To achieve ideal space planning in theatrical venues, our Consultants help with the following:
• Backstage areas
• Production facilities
Architect: Goodwyn Mills and Cawood, Inc.
Special technology systems for the high school to house practice and competition gymnasiums, tiered lecture classrooms with a high level of technology, and an 830 seat auditorium. Special technology elements include architectural acoustics, including sound isolation and room acoustics, audio-visual systems for multimedia presentation, sound reinforcement and assistive listening, and theatrical systems such as stage lighting, rigging, and house lighting for the auditorium.
Architect: Watson Tate Savory
An audio system, production communication system, performance lighting system, theatrical rigging and soft goods system, and a video monitoring system for a 400 seat theatre in the Harbison Theatre and Classroom Building. Support spaces for the theatre include group and private dressing rooms, costume and set design studios, and a two story scene shop. This building is used by both the College and the community.
Architect: Artech Design Group
Theatrical and audio-visual systems for the renovation of a 1,000 seat sanctuary, including provisions for National Television Broadcast, separate house and monitor mixing consoles, integrated touch-panel control system, provisions for future audio multitrack recording, and a four-way active loudspeaker system with the digital sound processing technology.
Architect: EYP Architecture and Engineering, PC
Associate Architect: Quinn Evans Architects
Theatrical stage lighting and rigging systems for a 180 seat auditorium performance space located in the North Carolina History Center and Mattocks Hall, a museum and visitors center serving as the entrance to the Tryon Palace Historic Sites & Gardens, a colonial Governor’s Mansion and related sites. The museum includes two main exhibit areas: the Regional History Museum, a gallery that explores 300 years of North Carolina history, and the Pepsi Family Center housing the children’s interactive section of the museum. This building achieved LEED Silver certification.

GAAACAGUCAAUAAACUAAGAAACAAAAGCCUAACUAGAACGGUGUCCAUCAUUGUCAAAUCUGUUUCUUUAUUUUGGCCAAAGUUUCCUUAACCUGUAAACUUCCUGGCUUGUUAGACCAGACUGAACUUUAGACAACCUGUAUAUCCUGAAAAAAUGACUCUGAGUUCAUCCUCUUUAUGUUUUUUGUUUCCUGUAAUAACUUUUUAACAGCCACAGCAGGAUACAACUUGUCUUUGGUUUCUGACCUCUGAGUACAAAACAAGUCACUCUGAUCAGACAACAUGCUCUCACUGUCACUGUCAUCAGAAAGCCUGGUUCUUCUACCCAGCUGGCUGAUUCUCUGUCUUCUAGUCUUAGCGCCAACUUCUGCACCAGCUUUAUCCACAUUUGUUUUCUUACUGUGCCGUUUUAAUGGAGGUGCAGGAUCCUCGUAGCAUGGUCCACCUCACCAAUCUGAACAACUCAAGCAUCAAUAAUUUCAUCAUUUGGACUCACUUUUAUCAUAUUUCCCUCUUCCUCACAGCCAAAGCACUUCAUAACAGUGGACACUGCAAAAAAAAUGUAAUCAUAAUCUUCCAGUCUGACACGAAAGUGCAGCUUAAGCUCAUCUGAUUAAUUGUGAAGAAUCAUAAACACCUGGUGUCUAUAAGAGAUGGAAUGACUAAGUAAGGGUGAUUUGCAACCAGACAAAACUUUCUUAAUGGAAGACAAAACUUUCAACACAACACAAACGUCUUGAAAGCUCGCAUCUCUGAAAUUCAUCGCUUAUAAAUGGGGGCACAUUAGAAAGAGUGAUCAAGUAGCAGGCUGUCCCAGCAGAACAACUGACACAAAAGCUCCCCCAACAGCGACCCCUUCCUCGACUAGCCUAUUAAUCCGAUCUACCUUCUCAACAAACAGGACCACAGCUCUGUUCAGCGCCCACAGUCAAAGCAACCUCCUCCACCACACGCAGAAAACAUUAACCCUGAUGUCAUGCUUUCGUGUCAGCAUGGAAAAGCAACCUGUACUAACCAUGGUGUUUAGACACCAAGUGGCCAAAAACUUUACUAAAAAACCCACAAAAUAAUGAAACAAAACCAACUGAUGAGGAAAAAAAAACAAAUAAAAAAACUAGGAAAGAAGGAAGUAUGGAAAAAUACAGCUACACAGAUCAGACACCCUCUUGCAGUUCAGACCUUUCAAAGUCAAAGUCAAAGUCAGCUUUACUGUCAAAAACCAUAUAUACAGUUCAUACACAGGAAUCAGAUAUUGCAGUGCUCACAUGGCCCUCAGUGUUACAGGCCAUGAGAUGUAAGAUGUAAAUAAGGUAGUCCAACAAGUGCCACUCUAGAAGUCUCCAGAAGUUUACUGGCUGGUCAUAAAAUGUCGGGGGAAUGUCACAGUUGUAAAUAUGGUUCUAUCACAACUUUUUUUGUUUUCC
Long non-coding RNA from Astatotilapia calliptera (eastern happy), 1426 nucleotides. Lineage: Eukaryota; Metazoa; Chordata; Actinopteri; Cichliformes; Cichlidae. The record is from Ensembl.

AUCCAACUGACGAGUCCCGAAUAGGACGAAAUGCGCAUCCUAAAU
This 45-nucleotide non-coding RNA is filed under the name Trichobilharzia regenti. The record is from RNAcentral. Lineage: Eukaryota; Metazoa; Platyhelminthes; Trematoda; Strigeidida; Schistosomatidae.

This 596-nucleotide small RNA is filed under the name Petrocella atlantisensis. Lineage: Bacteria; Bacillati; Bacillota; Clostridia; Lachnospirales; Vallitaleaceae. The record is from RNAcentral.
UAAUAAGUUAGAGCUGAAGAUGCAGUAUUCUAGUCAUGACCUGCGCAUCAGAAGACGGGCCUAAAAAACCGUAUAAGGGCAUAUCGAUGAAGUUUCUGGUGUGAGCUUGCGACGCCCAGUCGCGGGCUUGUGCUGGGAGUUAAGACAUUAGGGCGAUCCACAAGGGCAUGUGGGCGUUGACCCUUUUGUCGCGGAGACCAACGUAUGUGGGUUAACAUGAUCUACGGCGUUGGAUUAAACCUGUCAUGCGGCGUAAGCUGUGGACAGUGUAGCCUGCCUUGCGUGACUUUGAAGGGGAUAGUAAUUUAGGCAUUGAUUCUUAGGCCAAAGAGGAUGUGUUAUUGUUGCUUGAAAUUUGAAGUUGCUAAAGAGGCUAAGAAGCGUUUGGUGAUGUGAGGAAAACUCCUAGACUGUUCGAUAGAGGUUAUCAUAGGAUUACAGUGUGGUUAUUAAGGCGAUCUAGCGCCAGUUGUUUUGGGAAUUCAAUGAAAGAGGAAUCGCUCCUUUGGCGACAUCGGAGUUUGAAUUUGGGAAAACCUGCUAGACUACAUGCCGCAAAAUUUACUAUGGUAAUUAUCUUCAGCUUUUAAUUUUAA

Joint Venture: Ken Ross Architects, Inc. / Red Chair Architects
Theatrical systems for the Wellmont Regional Center for the Performing Arts including rigging systems, stage equipment, theatrical soft goods, space planning, sight line study, analysis of performance and audience traffic patterns, delivery and support traffic patterns, room acoustics, mechanical and electrical systems noise control, and lighting systems including performance and architectural lighting. The building houses a 500 seat theatre, theatre shops, dressing rooms, lobbies, a public gallery and support spaces.
Architect: The TAF Group
Renovation of the Jeanne and George Roper Performing Arts Center, a 900 seat theatre originally constructed in the 1920s. The performance audio system includes a three channel LCR main speaker system, fifty-six channel mixing console, production intercom system, and broadcast vehicle connectivity. The double purchase “T” guide rigging system includes motorized winches for electrics and the orchestral shell. Architectural acoustics and mechanical and electrical systems noise and vibration control were also provided.
architectural acoustics, sound isolation, equipment noise and vibration control, environmental
presentation systems, videoconferencing, distance learning, media distribution, electronic signage,